Jarrett started out life with just his mom, but he was still pretty young when she went away and he was raised by his grandparents. They both loved him and cared for him, but they dealt with alcoholism, too. Jarrett's mother came in and out of his life over the years, struggling with a heroin addiction. In his teens, Jarrett learned his father's name, and then he had to decide how he wanted to handle that relationship. Through it all, Jarrett's gift for drawing was a source of motivation, connection, and sometimes, a way to deal with the world around him.
It's a graphic novel, but the content isn't for young children. Many scenes are difficult, but that's what makes this book so important - lots and lots of readers don't have two parents who speak affectionately and thoughtfully, and many readers live with people who are battling addiction.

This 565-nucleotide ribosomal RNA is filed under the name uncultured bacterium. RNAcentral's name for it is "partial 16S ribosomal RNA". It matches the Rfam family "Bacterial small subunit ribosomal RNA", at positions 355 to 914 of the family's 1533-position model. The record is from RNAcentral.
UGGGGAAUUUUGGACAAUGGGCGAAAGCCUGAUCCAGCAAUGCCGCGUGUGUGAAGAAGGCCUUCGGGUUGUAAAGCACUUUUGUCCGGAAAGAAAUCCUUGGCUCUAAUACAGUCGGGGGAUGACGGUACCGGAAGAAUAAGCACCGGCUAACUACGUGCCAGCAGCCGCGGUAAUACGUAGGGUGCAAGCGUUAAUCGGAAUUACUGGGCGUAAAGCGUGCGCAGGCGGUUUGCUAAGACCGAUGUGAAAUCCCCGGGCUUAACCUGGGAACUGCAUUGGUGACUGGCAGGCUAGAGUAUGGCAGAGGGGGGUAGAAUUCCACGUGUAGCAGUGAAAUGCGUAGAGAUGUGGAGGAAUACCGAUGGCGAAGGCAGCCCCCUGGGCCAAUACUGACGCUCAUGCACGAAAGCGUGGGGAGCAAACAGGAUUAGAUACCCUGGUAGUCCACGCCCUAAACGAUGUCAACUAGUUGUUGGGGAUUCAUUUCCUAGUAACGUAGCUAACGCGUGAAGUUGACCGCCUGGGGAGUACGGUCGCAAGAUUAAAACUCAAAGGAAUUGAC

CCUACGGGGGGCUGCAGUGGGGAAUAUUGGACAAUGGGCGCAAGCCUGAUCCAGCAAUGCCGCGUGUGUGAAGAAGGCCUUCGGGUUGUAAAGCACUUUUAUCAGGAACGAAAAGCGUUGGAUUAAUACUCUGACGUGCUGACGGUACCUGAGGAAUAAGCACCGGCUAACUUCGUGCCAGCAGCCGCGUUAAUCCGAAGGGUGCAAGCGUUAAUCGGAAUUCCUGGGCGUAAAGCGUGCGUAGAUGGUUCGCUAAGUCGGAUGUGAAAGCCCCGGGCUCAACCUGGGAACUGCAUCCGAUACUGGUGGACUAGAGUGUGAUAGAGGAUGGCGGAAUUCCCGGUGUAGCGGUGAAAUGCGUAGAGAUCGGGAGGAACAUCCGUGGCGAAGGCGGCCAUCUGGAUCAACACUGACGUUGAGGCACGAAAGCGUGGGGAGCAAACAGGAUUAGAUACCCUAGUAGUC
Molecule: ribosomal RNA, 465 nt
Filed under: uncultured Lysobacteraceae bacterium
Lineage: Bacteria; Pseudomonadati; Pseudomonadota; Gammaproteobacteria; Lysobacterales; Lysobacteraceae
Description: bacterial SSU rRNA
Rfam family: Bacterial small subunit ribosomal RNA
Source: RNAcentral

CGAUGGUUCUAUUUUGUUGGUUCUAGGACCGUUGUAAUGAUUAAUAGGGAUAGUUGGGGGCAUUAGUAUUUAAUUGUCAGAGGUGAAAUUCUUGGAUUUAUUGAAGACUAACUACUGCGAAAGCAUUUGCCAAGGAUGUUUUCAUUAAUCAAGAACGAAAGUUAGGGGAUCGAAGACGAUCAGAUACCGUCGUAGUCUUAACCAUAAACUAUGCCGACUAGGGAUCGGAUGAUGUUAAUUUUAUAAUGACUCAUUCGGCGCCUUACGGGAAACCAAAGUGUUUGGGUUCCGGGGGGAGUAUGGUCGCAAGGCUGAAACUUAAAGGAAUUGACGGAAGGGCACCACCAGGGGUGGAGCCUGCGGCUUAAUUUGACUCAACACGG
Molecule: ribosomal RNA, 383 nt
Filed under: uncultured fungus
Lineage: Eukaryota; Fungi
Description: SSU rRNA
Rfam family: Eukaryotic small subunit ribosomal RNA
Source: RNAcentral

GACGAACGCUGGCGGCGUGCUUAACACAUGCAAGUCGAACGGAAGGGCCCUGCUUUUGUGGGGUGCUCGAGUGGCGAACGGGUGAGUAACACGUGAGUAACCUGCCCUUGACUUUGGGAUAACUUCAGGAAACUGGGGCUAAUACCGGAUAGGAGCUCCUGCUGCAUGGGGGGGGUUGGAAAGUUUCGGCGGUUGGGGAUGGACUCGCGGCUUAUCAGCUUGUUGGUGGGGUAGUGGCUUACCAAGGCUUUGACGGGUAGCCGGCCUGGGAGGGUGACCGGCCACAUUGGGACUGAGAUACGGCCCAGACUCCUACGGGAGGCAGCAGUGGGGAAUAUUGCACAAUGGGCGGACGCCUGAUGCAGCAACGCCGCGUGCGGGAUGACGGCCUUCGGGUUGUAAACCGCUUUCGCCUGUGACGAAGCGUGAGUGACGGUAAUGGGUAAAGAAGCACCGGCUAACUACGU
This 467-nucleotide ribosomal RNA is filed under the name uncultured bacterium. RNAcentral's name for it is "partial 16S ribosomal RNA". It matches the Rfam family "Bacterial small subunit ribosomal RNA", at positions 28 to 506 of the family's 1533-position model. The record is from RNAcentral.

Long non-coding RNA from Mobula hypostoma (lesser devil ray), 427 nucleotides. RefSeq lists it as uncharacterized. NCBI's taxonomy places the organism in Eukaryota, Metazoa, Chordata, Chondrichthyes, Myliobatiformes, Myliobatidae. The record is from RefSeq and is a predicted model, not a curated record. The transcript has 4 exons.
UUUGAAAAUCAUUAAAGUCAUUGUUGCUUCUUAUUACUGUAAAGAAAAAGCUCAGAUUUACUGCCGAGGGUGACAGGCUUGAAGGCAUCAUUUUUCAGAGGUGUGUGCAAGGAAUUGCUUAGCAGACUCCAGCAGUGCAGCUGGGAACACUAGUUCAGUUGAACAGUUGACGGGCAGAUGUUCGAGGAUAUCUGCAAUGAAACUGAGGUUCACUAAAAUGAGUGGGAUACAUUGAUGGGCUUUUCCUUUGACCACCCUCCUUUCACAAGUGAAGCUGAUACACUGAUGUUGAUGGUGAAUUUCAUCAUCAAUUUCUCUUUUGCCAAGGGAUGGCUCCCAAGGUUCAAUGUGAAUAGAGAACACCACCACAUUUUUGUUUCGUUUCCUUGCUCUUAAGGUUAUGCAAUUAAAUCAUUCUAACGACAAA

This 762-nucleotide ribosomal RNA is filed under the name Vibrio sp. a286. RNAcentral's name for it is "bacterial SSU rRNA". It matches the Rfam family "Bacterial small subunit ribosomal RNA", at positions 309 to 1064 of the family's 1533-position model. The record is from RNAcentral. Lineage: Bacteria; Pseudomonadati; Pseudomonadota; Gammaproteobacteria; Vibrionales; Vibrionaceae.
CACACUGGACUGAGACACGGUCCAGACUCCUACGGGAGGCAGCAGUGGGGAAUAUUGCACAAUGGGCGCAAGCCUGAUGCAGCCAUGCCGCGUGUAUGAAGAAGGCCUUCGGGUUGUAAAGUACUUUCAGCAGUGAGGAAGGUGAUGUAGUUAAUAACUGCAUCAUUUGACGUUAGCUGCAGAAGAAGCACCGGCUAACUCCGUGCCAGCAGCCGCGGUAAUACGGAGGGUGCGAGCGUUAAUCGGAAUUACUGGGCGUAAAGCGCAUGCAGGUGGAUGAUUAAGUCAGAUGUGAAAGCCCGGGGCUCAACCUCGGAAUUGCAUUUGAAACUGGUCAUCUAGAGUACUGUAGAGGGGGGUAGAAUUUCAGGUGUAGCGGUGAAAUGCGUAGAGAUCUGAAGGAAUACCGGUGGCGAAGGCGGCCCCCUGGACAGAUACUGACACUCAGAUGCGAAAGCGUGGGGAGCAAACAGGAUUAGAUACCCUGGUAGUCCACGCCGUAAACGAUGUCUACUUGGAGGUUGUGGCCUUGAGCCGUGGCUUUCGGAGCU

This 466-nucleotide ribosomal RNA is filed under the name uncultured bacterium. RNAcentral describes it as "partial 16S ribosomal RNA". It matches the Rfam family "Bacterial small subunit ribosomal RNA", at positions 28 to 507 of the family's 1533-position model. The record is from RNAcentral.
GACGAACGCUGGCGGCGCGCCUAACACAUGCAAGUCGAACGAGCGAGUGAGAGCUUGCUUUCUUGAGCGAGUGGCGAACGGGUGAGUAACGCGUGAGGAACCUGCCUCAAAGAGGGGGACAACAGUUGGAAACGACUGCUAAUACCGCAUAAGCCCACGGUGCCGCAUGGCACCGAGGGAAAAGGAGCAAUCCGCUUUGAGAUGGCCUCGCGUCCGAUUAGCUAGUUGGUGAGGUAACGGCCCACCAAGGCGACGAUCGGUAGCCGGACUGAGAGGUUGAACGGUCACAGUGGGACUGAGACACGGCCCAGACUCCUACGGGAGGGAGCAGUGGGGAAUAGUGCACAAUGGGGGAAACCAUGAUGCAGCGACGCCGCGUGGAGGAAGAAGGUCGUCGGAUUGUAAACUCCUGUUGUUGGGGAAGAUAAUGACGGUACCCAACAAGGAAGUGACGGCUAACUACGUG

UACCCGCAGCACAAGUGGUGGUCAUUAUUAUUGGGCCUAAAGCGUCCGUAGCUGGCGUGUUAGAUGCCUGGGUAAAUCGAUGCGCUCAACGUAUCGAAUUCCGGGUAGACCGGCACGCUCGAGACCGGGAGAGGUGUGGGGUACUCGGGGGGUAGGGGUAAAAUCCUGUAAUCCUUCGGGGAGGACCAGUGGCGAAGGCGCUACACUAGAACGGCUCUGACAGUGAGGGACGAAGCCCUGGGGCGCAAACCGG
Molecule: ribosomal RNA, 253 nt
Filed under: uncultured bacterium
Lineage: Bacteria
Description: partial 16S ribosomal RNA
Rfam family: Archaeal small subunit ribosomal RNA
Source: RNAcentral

Jarrett is not a hero, but he is working to survive his circumstances, and while no one would describe them as ideal, it's also more complicated than bad and good - he shows the love and positive moments with his grandparents and his mother, as well as the disappointments and tragic times. Although it isn't as gut-wrenching or incisive as Maus, it echoes some of that story's elements, including the belief that truth - even in its ugly, uncomfortable cruelty - is important to face, and pain cannot obscure affection or beauty.
The artwork is clearly a labor of love, with some authentic letters and drawings from his past and painstaking attention to details.
Strong language and references to violence and drug use may make this book better suited for older readers.
"When you don't see your mom much, you treasure anything that she gives you."
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